From pv magazine global
Researchers from Shenzhen University and Nanjing Tech University in China have developed a seawater electrolysis system (SES) for the direct electrolysis of seawater, without side reactions or corrosion.
The new method works via self-driven water migration to sidestep the need for a separate desalination process. The energy consumption is purportedly comparable to that of industrial alkaline electrolysis with pure water.
To develop the lab-scale electrolyzer, the scientists separated the two electrode layers with a diaphragm layer and then submerged them in a concentrated hydroxide (OH−) solution – the SDE. They placed a polytetrafluoroethylene (PTFE) membrane between the seawater and the SDE. They claim this design allows the biased diffusion of water vapor, but fully prevents the penetration of liquid seawater and impurity ions such as magnesium, chloride and sulfate.
“During operation, the difference in water vapor pressure between the seawater and the SDE across the membrane provides a driving force for spontaneous seawater gasification (evaporation) at the seawater side and the diffusion of water vapor through the short gas path inside the membrane to the SDE side, where it is re-liquified by absorption by the SDE,” the scientist explained.
The consumption of water in the SDE during electrolysis maintains the pressure difference across the membrane, ensuring the continuous entry of freshwater, without extra energy consumption.
“When the water migration rate equals the electrolysis rate, a new thermodynamic equilibrium is established between the seawater and the SDE, and continuous and stable water migration through a ‘liquid-gas-liquid’ mechanism is realized to provide fresh water for electrolysis,” the researchers said.
The lab-scale electrolyzer steadily produced hydrogen from seawater for more than 72 hours, with average voltages of approximately 1.95 V and 2.3 V at current densities of 250 mA cm−2 and 400 mA cm−2, respectively. After 72 hours, the concentrations of chloride, sulfate, and magnesium impurities were only 0.008%, 0.052%, and 0.089% of the original.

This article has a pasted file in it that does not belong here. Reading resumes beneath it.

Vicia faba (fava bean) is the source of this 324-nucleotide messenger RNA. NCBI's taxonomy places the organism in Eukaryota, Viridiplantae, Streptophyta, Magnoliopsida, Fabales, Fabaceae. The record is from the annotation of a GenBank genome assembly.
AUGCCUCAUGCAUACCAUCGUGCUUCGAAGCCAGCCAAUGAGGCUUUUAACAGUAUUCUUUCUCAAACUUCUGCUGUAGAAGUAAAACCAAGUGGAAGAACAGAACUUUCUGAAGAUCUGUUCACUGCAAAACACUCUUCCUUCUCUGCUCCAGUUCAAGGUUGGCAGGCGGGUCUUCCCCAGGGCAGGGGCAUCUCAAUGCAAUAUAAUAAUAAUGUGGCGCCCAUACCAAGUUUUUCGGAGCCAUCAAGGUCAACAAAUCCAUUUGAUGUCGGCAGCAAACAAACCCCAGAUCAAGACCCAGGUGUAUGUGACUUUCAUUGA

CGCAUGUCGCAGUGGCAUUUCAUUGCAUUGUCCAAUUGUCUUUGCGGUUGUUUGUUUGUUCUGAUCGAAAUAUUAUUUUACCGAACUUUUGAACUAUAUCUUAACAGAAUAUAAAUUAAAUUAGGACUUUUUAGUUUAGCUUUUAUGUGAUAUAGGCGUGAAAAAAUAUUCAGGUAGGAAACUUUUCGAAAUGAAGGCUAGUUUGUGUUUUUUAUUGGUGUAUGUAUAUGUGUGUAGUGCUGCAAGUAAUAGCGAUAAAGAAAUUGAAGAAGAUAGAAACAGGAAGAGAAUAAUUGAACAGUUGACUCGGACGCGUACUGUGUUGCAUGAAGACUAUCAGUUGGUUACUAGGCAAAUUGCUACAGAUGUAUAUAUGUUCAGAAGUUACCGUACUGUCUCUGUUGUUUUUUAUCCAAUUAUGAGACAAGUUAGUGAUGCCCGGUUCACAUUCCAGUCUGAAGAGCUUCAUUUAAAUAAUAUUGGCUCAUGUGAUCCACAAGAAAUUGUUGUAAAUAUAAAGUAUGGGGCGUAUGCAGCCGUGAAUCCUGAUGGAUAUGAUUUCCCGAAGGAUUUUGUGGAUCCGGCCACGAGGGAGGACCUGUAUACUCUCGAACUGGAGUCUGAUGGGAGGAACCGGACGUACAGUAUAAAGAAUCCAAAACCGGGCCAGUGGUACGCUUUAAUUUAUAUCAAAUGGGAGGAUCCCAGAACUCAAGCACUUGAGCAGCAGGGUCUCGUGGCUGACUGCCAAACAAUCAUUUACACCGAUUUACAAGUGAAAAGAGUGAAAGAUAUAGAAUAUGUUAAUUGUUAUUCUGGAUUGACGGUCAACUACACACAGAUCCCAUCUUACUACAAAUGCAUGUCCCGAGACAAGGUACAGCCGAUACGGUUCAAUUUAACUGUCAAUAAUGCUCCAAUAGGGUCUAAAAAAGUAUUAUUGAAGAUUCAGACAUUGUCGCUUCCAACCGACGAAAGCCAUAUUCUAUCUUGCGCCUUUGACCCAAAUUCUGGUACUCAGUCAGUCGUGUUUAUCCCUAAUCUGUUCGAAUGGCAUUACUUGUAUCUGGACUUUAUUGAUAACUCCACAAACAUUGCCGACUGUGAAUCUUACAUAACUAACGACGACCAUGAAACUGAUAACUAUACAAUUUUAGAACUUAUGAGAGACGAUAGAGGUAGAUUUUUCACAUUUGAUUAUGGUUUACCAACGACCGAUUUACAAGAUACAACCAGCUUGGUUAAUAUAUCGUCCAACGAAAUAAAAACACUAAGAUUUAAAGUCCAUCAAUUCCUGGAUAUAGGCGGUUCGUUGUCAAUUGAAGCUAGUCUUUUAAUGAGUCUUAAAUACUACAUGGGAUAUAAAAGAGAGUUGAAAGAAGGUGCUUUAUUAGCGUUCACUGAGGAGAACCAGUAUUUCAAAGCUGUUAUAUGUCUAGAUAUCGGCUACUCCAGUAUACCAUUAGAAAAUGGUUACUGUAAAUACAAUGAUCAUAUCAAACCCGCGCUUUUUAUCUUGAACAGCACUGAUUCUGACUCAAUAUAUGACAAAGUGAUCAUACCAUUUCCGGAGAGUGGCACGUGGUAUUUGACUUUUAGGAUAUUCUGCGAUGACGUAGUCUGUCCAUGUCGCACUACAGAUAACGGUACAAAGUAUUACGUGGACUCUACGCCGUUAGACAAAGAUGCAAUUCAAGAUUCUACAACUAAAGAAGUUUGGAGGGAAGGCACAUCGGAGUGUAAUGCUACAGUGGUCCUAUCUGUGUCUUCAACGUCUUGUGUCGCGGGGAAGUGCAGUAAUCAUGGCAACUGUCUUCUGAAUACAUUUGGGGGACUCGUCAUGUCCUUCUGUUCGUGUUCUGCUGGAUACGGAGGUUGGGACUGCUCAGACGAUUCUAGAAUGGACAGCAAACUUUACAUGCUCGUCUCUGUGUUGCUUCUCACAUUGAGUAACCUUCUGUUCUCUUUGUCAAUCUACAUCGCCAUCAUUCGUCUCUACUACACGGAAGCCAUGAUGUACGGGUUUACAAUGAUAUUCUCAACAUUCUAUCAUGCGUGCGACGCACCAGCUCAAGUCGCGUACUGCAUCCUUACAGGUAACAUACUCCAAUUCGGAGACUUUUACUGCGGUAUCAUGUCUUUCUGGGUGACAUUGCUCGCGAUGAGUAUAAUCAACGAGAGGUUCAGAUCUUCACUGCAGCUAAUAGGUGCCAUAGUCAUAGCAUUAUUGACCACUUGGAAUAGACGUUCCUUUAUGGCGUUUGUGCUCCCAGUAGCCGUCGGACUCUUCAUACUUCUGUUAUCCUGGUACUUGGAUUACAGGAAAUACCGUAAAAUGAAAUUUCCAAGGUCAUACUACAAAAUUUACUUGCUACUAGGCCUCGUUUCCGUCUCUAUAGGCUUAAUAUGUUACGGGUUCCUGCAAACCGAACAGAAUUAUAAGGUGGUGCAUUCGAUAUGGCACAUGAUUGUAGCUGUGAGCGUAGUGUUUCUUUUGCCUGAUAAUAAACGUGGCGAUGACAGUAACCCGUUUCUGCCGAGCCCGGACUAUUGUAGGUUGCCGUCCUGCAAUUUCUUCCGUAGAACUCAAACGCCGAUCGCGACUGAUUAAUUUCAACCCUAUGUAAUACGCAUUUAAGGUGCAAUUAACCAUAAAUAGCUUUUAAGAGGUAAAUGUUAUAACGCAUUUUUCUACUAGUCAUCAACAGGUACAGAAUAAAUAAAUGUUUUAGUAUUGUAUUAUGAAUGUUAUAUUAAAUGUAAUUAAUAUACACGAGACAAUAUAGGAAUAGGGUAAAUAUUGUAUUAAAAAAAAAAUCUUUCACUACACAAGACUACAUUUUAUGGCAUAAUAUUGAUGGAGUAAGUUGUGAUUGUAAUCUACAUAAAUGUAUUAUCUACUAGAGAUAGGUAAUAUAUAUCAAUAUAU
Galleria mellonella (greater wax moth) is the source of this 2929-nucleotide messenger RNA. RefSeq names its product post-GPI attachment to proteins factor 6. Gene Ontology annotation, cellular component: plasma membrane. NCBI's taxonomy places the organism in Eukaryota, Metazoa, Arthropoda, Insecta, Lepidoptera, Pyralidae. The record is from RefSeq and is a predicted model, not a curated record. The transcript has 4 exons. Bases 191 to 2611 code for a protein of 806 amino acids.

“Calculations show that the electricity expense of [hydrogen] production is approximately 4.6 kWh Nm-3H2 and 5.3 kWh Nm-3H2 at current densities of 250 mA cm−2 and 400 mA cm−2, respectively, which is comparable to that of industrial alkaline electrolysis with pure water,” the scientists claimed.
To prove the concept, they fabricated a scaled-up SES measuring 82 cm x 62 cm x 70.5 cm. It reportedly exhibited stable performance for more than 3,200 hours and energy consumption of approximately 5.0 kWh Nm-3H2, with no detectable increase in impurity ions.
The scientists said their method can be further developed by using other electrolytes able to absorb water vapor and conduct ions, or high-performance electrocatalysts able to operate in the SDE environment. They added that the strategy could be applied to other non-volatile liquids like highly concentrated acid, alkali and salt solutions for use in industrial wastewater treatment.
In addition, it could be used to produce hydrogen while recovering useful resources such as lithium from water. Further research is also needed for the electrolyzer’s compatibility with renewable energy sources to match that of conventional electrolyzers.
The scientists shared their findings in “A membrane-based seawater electrolyser for hydrogen generation,” which was recently published in Nature.
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With the present state-of-the-art of lithium batteries and the present rate of lithium and other battery development, it still appears that storing electrical energy from solar and wind in batteries is, and will continue to be, much more economical than wasting all the energy it takes to electrolyze water to produce hydrogen. These researchers say it takes about 5 KWh to produce a cubic meter of hydrogen gas. But one cubic meter of hydrogen gas only contains 3 KWh of energy so you’ve already lost 40% of the solar or wind energy you started with. Then the process of extracting the energy from the hydrogen, by re-oxidizing it, wastes another 60% or so. Therefore, you end up with only about 24% of the energy you started with. This is extremely low compared to the round-trip energy efficiency of lithium batteries which is around 96%.
I don’t see anything ab out handling the by or waste products generated?
What comes out the OTHER end of the pipe? Is it noxious?, toxic? useful???
IF indeed they ran a moderately scaled demo plant for over 100 days, (” reportedly exhibited stable performance for more than 3,200 hours”) the surely must know.
I don’t think there’s any toxic waste from electrolysis of water to produce hydrogen. I think they add sodium hydroxide or potassium hydroxide to the water to make it electrically conductive but those stay in the solution as new water is continually added to replace the water that’s split apart into hydrogen and oxygen gas.
Large wind and solar farms often produce too much power (at the wrong times)…that the grid or grid-battery storage is not ready for. Thus, this excess would otherwise be wasted. Dumping it into H2 production makes a lot of sense…plus the H2 is essentially free.
(Low cost H2 make FCV’s and EV-FCV hybrids much more practical)
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